"Why, yes. Why?"
The clerk said, "I can't believe that anyone so sweet and
polite as you could be a Christian. But then, all the Christians I have known were Christmas shoppers."
The paper always says (blank filled in) shopping days until Christmas. One newspaper article said that the average shopper trudges eleven miles a day during Christmas shopping.
Dave Garroway once wrote in Faith Today: "When you ask people what they want for Christmas, nine out of ten name something material." Isn' that sad? Dave Garroway wrote that this used to amuse him, but that now it irritated him because he realized that material things are not
Tom May was a cartoonist for the daily newspaper in Detroit. He became famous because of a picture he drew called "Forgotten." At first the editor did not want to publish it, but after the first time, it ran many times on Christmas mornings and "opened a million
hearts" and here is the story behind the picture.
Hilda was a middle-aged washerwoman who lived in Detroit many years ago. One Christmas morning Hilda parted her curtains and saw a thin girl's face looking out a window in the shack across the alley. All day long the thin faced girl looked out the window.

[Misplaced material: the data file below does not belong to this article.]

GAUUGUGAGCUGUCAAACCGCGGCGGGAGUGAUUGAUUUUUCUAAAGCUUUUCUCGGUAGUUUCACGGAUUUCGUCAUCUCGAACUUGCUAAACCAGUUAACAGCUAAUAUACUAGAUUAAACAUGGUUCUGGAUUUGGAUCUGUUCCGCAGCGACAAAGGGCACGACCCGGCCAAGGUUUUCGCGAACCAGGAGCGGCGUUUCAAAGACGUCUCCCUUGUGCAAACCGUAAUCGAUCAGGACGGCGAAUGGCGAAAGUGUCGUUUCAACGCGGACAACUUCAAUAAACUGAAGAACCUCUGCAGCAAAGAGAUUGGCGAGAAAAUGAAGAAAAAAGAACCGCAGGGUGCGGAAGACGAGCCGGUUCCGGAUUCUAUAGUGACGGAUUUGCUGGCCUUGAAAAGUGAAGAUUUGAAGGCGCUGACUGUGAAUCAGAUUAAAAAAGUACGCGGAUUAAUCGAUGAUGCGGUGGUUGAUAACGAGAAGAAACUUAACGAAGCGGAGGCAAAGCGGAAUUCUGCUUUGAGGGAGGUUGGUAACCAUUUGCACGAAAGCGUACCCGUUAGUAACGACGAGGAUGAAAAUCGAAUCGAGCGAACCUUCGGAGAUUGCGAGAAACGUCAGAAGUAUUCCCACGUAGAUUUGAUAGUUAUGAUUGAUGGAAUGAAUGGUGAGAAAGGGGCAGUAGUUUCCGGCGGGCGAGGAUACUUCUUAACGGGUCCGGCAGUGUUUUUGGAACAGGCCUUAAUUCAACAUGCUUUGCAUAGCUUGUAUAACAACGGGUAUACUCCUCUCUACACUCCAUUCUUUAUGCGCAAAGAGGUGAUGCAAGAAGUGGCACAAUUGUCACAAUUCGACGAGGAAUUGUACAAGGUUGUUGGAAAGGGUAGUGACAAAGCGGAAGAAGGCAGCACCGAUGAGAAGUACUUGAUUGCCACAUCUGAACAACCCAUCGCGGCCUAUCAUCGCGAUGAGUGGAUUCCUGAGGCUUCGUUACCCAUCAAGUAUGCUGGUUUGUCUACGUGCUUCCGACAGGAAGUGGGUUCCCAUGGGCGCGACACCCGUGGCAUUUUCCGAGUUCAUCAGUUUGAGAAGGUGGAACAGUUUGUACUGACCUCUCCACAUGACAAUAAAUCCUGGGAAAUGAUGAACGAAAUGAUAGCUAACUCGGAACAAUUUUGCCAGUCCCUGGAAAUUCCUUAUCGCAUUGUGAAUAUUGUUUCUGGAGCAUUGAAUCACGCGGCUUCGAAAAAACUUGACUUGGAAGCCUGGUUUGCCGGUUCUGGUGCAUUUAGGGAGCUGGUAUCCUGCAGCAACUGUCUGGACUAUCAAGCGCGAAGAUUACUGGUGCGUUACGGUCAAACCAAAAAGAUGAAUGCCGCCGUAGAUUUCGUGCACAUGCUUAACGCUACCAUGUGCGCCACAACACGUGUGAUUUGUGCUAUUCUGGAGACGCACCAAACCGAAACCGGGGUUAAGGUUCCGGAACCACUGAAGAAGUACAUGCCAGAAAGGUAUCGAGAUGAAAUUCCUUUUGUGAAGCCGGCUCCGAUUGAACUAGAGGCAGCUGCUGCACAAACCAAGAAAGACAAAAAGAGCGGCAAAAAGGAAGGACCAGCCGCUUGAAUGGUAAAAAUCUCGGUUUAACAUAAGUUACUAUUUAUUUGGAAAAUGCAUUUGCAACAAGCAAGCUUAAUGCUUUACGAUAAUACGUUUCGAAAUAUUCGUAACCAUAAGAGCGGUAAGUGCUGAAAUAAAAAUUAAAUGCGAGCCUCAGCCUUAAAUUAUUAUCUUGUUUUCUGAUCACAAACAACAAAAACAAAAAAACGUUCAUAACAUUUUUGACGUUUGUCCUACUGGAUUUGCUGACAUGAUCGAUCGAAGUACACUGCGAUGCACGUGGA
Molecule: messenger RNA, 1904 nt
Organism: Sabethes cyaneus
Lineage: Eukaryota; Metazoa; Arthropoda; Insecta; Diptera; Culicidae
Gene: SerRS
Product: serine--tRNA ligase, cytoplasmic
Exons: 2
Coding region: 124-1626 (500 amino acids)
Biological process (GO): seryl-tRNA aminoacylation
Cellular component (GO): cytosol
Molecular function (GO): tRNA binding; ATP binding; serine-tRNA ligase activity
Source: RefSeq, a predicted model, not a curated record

Finally Hilda put her shawl on and went across the alley with one of her few oranges. Hilda found things just as she feared. The mother had a night job and the father was dead. The thin faced girl was crying at a rickety table and there was an empty stocking hanging in the room.
Hilda lied. She said Santa was too busy to visit everyone in one day, but that he would be there tomorrow. The child went to bed full of hope but Hilda had a restless night.
Hilda decided to ask the family she worked for to help. Hilda told the family about the girl. The children of the family brought toys and the mother got food and clothing ready and then the father, Tom May, and his family went with Hilda to where the child lived. Tom never forgot the bleak bare room, the pathetic little stocking, nor the child's transfigured face when the family went in with their overflowing baskets.
On many Christmas mornings the Detroit paper carried a picture of that room and child. Below the picture Tom put one word:
The Christmas Spirit is very real and can accomplish a great deal. The Spirit of Christmas is found in happy voices, delicious food smells, odors of evergreen and stars and candlelight. Yes, there are people like Ebenezer Scrooge, throughly selfish, but there are also those with joy, love and warm hearts.
May each of you feel the joy and participate in that joy this Christmas. Always remember the words of Whittier in his "The Joy of Giving."
The Joy of Giving For somehow, not only at Christmas
But all the long year through, The joy that you give to others Is the joy that comes back to you.
My name is Hazel Stone. I am a 67 year old retired school teacher who taught for 32 years. I live in Odessa, Texas and was reared in Eastland, Texas. I write a volunteer monthly column for the Eastland Telegram and have since 1998. I wrote this column.